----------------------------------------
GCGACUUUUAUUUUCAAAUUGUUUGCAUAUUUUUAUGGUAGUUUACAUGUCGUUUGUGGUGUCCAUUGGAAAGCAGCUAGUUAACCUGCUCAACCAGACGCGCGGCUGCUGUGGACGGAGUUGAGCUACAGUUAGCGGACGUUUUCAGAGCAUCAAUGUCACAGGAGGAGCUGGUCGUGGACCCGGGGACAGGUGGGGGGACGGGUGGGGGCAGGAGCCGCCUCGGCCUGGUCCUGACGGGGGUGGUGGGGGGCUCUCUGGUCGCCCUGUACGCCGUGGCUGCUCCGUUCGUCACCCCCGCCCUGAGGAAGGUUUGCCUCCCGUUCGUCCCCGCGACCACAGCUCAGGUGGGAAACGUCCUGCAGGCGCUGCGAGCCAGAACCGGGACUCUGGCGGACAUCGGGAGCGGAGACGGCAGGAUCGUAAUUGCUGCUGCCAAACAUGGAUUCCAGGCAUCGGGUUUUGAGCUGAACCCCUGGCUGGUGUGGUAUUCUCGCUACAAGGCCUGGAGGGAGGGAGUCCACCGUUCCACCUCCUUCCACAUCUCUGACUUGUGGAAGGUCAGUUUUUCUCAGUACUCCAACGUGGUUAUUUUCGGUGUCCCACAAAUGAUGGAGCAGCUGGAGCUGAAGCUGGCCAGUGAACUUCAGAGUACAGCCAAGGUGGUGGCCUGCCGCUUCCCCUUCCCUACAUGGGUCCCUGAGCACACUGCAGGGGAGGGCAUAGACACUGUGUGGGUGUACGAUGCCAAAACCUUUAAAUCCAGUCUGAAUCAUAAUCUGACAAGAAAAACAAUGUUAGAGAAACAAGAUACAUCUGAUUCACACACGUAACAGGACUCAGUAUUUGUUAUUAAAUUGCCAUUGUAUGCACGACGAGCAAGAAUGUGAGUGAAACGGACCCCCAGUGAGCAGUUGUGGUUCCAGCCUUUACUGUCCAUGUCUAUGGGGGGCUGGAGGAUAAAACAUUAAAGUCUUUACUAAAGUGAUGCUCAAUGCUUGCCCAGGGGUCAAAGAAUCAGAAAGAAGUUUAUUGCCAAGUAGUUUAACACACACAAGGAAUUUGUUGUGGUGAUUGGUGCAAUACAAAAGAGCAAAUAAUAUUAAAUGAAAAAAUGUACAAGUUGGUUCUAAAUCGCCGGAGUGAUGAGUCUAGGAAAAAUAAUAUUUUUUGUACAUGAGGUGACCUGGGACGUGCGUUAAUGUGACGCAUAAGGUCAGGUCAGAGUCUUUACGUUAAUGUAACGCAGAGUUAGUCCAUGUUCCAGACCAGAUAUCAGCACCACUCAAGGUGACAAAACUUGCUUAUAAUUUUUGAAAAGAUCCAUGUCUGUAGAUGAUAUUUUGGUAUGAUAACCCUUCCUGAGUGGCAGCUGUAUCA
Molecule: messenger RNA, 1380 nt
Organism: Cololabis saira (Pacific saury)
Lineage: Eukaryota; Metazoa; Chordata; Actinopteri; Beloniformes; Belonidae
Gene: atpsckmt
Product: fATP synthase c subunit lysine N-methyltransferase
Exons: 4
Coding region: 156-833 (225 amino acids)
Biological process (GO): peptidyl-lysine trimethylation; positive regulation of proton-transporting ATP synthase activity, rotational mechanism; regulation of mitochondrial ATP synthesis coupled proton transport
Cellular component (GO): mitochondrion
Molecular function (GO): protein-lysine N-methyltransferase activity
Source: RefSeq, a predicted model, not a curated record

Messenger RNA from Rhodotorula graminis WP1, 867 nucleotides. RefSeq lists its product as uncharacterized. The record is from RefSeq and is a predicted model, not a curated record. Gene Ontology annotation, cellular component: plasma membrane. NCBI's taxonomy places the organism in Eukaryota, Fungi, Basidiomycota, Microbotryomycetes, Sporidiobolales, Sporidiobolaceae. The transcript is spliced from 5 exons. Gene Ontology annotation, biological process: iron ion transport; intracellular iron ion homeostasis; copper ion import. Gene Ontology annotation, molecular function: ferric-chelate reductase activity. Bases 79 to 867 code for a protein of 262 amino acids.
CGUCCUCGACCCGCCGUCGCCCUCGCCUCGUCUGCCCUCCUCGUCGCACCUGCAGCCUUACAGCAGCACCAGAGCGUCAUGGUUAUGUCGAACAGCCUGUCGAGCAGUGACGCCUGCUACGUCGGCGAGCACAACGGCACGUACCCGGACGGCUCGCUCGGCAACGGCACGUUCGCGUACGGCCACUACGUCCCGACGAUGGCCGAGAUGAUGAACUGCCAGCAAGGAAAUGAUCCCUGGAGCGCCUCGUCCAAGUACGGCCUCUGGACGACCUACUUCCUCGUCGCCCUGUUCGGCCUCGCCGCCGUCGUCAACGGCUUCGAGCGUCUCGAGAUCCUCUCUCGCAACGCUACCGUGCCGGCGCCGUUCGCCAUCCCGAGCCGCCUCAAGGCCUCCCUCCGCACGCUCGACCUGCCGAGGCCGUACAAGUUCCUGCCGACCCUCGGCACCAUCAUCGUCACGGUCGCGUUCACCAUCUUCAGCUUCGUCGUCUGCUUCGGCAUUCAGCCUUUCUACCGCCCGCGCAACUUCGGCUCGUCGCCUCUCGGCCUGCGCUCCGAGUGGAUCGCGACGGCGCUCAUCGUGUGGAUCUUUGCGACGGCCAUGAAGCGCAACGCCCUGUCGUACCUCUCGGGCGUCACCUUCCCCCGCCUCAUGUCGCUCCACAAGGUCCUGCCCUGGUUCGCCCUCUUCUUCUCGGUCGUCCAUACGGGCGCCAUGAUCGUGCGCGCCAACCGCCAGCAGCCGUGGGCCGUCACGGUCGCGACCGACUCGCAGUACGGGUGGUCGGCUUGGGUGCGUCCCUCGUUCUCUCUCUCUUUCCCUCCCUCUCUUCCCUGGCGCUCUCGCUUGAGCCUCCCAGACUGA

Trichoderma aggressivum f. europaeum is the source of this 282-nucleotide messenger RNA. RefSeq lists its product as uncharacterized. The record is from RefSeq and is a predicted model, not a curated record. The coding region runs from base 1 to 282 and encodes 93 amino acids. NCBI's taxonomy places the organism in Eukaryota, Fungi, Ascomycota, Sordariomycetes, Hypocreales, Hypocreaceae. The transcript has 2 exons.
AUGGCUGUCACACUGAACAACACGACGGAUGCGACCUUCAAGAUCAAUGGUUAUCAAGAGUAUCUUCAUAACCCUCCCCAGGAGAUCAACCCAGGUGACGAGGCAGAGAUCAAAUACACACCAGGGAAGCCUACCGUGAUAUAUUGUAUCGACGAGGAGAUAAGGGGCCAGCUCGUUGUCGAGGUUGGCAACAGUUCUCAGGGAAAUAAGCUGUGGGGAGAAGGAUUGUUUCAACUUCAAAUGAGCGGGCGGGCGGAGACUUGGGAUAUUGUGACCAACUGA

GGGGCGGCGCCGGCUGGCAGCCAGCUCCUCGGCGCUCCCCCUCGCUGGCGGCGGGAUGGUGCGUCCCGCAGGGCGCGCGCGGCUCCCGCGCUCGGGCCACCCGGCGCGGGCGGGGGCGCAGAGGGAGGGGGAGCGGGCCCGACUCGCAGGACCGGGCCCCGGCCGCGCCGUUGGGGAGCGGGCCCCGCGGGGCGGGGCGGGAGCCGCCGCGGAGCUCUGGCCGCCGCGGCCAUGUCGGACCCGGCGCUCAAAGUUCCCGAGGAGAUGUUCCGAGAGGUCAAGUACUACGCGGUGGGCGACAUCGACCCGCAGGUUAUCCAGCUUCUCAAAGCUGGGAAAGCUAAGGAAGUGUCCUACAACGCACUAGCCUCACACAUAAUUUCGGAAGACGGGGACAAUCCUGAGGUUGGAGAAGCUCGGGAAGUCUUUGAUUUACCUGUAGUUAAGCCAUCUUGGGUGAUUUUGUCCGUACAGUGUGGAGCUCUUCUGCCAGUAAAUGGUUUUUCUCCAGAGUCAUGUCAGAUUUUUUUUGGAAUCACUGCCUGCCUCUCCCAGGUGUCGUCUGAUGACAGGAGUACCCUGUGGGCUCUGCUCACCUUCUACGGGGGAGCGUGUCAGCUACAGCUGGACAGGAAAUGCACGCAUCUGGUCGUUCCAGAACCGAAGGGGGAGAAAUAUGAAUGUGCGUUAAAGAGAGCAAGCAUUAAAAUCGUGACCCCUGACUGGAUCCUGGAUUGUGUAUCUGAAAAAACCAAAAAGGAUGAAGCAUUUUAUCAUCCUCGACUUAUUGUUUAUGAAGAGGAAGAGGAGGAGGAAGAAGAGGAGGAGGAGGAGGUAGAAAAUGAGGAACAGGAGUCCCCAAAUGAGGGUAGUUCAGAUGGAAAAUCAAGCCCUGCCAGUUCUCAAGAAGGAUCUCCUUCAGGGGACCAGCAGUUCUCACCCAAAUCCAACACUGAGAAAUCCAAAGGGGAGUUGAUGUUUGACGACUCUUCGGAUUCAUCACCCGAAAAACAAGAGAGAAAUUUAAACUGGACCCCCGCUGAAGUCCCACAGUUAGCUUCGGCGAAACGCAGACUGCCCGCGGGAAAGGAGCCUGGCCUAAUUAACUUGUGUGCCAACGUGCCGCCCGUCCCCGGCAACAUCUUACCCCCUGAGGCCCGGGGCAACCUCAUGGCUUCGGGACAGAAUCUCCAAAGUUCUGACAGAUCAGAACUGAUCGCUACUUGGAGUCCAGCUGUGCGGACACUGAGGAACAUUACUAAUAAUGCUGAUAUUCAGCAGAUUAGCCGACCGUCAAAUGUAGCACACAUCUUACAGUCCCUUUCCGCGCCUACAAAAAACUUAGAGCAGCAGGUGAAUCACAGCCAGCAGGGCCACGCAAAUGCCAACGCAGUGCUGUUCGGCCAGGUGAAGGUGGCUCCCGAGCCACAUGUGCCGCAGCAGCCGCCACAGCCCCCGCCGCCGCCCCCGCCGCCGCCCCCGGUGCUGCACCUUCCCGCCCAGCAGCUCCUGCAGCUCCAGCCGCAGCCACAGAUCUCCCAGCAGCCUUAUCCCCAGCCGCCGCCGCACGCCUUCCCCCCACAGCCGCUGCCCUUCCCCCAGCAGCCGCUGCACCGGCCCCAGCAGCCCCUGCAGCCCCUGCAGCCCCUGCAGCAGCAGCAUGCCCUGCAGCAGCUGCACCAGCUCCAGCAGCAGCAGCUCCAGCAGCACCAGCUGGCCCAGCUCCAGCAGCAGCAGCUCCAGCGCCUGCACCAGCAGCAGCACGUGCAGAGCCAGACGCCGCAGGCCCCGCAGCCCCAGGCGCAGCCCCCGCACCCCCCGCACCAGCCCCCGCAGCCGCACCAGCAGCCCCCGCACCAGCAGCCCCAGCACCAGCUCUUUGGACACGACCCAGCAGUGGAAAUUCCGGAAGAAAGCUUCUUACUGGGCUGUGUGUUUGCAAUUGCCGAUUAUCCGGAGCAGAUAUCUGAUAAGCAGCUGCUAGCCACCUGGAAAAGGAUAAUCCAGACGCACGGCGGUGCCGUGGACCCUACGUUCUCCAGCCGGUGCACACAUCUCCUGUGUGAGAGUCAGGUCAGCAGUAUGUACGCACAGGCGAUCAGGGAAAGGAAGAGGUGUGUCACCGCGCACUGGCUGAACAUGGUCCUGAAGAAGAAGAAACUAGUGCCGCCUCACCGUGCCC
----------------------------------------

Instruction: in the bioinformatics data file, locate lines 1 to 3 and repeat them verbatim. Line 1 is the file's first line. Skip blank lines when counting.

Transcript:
GCGACUUUUAUUUUCAAAUUGUUUGCAUAUUUUUAUGGUAGUUUACAUGUCGUUUGUGGUGUCCAUUGGAAAGCAGCUAGUUAACCUGCUCAACCAGACGCGCGGCUGCUGUGGACGGAGUUGAGCUACAGUUAGCGGACGUUUUCAGAGCAUCAAUGUCACAGGAGGAGCUGGUCGUGGACCCGGGGACAGGUGGGGGGACGGGUGGGGGCAGGAGCCGCCUCGGCCUGGUCCUGACGGGGGUGGUGGGGGGCUCUCUGGUCGCCCUGUACGCCGUGGCUGCUCCGUUCGUCACCCCCGCCCUGAGGAAGGUUUGCCUCCCGUUCGUCCCCGCGACCACAGCUCAGGUGGGAAACGUCCUGCAGGCGCUGCGAGCCAGAACCGGGACUCUGGCGGACAUCGGGAGCGGAGACGGCAGGAUCGUAAUUGCUGCUGCCAAACAUGGAUUCCAGGCAUCGGGUUUUGAGCUGAACCCCUGGCUGGUGUGGUAUUCUCGCUACAAGGCCUGGAGGGAGGGAGUCCACCGUUCCACCUCCUUCCACAUCUCUGACUUGUGGAAGGUCAGUUUUUCUCAGUACUCCAACGUGGUUAUUUUCGGUGUCCCACAAAUGAUGGAGCAGCUGGAGCUGAAGCUGGCCAGUGAACUUCAGAGUACAGCCAAGGUGGUGGCCUGCCGCUUCCCCUUCCCUACAUGGGUCCCUGAGCACACUGCAGGGGAGGGCAUAGACACUGUGUGGGUGUACGAUGCCAAAACCUUUAAAUCCAGUCUGAAUCAUAAUCUGACAAGAAAAACAAUGUUAGAGAAACAAGAUACAUCUGAUUCACACACGUAACAGGACUCAGUAUUUGUUAUUAAAUUGCCAUUGUAUGCACGACGAGCAAGAAUGUGAGUGAAACGGACCCCCAGUGAGCAGUUGUGGUUCCAGCCUUUACUGUCCAUGUCUAUGGGGGGCUGGAGGAUAAAACAUUAAAGUCUUUACUAAAGUGAUGCUCAAUGCUUGCCCAGGGGUCAAAGAAUCAGAAAGAAGUUUAUUGCCAAGUAGUUUAACACACACAAGGAAUUUGUUGUGGUGAUUGGUGCAAUACAAAAGAGCAAAUAAUAUUAAAUGAAAAAAUGUACAAGUUGGUUCUAAAUCGCCGGAGUGAUGAGUCUAGGAAAAAUAAUAUUUUUUGUACAUGAGGUGACCUGGGACGUGCGUUAAUGUGACGCAUAAGGUCAGGUCAGAGUCUUUACGUUAAUGUAACGCAGAGUUAGUCCAUGUUCCAGACCAGAUAUCAGCACCACUCAAGGUGACAAAACUUGCUUAUAAUUUUUGAAAAGAUCCAUGUCUGUAGAUGAUAUUUUGGUAUGAUAACCCUUCCUGAGUGGCAGCUGUAUCA
Molecule: messenger RNA, 1380 nt
Organism: Cololabis saira (Pacific saury)